One formulation, sometimes put forward by more cautious pro-euthanasia advocates, is that a lack of available palliative care limits a patient’s autonomy. If a patient does not have all the options available to him, then how can he make a truly free decision? Barutta and Vollmann respond by arguing that ‘autonomy’, even in situations where palliative care is not available, is still present.
"Certainly, a lack of better options limits the choices a person has available. However, an autonomous decision is not the same as a decision after trying all other options… All we should require is that their choice is the result of correctly applying the skills needed to make a decision based on their own values and beliefs."
Barutta and Vollmann continue from this claim to discuss the second variant of the position, ‘the argument from existing alternatives’. Some would argue that patients should try all existing alternatives first before opting for euthanasia. The authors respond:
“we interfere with the autonomous decision of these patients to request PAD that we have discussed previously. Since doing so results in more suffering, it is hard to see how this could be justified using this argument.”
The authors also discuss the claim that PAD will be used primarily by those from low socio-economic backgrounds, precisely those social classes lacking adequate palliative care. They put forward the following rejoinder:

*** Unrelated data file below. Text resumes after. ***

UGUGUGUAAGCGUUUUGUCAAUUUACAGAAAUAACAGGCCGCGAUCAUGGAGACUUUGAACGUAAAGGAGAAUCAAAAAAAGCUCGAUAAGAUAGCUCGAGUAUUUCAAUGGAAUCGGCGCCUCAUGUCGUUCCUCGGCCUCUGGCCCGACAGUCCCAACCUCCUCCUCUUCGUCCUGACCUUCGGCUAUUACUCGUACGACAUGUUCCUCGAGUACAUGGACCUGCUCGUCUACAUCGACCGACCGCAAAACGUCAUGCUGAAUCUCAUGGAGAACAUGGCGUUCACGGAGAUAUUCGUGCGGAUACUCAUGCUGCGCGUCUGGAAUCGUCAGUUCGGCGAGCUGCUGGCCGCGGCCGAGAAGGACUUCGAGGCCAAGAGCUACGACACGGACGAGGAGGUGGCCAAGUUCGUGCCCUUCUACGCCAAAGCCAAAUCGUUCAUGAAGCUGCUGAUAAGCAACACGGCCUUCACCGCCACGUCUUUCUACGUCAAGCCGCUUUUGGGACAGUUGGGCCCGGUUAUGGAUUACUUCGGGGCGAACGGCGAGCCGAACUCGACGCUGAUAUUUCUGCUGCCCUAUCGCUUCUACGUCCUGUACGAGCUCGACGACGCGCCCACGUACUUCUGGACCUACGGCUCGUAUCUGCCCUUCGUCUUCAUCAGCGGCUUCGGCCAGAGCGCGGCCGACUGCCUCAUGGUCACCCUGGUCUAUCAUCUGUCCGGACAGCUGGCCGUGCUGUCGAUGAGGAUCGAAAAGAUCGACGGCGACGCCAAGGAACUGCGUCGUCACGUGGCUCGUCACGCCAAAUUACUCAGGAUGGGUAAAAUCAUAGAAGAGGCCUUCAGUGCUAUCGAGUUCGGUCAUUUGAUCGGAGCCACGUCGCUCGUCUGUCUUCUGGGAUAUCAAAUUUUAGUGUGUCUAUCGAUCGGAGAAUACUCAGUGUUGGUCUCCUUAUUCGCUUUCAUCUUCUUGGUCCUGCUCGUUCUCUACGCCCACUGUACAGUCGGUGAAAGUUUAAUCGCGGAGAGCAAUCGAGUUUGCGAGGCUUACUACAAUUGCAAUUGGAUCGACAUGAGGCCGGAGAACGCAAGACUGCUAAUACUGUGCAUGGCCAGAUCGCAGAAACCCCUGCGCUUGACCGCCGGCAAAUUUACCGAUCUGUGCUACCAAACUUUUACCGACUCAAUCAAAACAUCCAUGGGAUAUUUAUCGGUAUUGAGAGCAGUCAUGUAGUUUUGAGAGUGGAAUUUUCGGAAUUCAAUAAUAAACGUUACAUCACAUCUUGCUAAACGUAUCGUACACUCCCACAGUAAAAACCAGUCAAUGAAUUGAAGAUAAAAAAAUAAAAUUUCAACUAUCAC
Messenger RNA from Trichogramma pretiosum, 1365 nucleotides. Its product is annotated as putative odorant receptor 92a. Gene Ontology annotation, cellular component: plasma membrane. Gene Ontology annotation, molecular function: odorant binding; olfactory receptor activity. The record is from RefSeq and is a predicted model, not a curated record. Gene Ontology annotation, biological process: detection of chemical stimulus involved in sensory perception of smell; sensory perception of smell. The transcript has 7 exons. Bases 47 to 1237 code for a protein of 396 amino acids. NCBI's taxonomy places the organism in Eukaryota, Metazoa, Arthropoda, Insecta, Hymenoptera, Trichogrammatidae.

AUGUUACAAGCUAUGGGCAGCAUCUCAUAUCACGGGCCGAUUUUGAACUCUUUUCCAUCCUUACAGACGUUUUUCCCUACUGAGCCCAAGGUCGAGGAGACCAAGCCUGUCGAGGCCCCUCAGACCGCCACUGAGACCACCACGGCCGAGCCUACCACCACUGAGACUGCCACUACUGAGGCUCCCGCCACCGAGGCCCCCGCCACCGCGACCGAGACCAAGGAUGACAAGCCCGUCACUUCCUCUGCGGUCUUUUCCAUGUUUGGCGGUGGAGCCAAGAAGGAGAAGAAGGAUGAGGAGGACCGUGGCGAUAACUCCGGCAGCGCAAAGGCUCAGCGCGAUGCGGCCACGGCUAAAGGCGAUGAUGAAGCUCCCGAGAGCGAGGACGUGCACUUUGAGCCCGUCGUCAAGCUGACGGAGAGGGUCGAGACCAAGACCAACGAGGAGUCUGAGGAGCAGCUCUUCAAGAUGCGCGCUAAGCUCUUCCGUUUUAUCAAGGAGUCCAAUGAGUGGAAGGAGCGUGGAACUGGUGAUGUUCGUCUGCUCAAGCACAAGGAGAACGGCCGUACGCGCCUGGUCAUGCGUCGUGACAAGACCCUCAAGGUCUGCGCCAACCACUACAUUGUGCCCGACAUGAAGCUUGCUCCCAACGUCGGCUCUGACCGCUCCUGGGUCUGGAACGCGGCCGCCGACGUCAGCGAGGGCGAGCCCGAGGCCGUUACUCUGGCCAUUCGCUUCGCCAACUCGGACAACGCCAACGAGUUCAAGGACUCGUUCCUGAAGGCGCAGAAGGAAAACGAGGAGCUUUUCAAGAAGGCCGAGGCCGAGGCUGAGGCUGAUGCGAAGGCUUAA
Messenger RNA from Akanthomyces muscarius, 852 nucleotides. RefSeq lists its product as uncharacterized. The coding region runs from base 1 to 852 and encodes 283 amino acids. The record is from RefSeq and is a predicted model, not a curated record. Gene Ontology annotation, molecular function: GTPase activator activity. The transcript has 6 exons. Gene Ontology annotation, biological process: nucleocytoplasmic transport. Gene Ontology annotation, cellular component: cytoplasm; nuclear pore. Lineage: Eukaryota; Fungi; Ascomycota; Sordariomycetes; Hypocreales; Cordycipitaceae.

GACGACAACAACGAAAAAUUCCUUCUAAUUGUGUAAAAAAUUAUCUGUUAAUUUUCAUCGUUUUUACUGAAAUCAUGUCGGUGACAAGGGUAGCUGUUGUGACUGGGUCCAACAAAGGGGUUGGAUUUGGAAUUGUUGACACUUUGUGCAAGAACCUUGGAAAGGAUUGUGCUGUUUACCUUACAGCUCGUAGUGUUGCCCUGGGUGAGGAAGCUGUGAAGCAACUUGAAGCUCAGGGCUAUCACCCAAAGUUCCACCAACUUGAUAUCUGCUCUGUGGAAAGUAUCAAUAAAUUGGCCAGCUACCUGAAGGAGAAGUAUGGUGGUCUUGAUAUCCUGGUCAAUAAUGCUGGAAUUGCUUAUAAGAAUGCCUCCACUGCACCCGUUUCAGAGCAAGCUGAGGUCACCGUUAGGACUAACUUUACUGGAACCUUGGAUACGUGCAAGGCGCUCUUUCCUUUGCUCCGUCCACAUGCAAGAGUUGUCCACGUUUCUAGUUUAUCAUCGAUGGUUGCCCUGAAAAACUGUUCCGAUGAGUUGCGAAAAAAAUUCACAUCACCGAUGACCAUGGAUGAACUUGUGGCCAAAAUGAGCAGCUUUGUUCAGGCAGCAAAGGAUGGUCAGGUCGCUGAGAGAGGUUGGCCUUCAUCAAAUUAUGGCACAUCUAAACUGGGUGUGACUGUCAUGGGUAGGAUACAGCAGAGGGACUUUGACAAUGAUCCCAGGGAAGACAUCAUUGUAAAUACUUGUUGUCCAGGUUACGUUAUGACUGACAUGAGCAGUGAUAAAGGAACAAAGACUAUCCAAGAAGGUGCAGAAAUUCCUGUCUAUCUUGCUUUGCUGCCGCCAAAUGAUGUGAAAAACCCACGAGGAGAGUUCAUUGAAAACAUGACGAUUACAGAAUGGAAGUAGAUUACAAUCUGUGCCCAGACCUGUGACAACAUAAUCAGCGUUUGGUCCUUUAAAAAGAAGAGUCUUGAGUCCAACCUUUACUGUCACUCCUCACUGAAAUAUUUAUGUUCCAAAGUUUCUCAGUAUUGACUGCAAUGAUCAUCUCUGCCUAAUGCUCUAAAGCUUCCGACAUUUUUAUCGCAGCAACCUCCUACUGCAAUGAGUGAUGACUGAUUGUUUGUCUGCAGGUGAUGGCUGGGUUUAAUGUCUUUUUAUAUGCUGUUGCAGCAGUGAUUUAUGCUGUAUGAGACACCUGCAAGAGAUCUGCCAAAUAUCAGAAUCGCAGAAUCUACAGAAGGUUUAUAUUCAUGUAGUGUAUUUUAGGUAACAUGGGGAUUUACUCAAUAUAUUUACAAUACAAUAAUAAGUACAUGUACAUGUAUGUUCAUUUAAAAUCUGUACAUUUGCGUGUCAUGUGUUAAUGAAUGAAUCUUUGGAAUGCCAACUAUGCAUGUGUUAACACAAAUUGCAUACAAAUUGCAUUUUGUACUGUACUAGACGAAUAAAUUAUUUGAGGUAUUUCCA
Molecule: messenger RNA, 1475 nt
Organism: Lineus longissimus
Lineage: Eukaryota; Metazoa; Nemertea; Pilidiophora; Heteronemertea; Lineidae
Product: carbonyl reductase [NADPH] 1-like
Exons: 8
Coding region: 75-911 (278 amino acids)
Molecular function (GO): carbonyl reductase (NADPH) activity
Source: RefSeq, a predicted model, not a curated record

“PAD derive from lack of economic resources to get better care, forbidding PAD does nothing to help these patients. On the contrary, as already noticed when analysing the previous argument, it reduces their options even more, condemning many of them to a worse death.”
It strikes this writer that the oft-made argument from ‘lack of autonomy’, though not without promise, needs to be revisited if it is to address Barutta and Vollmann’s critique.
This may sound like a pretentious thought from a sci-fi movie, but one San Francisco geek believes we can make it a reality.
Austin Heinz, the founder of the start-up Cambrian Genomics, dreams of a future in whichcustomers tinker with the genetic codes of plants and animals and even design new creatures on a computer.
In a makeshift laboratory in San Francisco, his synthetic biology company uses lasers to create custom DNA for major pharmaceutical companies. The synthetic biology is nothing new – what’s novel is Heinz desire to make the technology cheap, fast and affordable, such that private users can take advantage of it.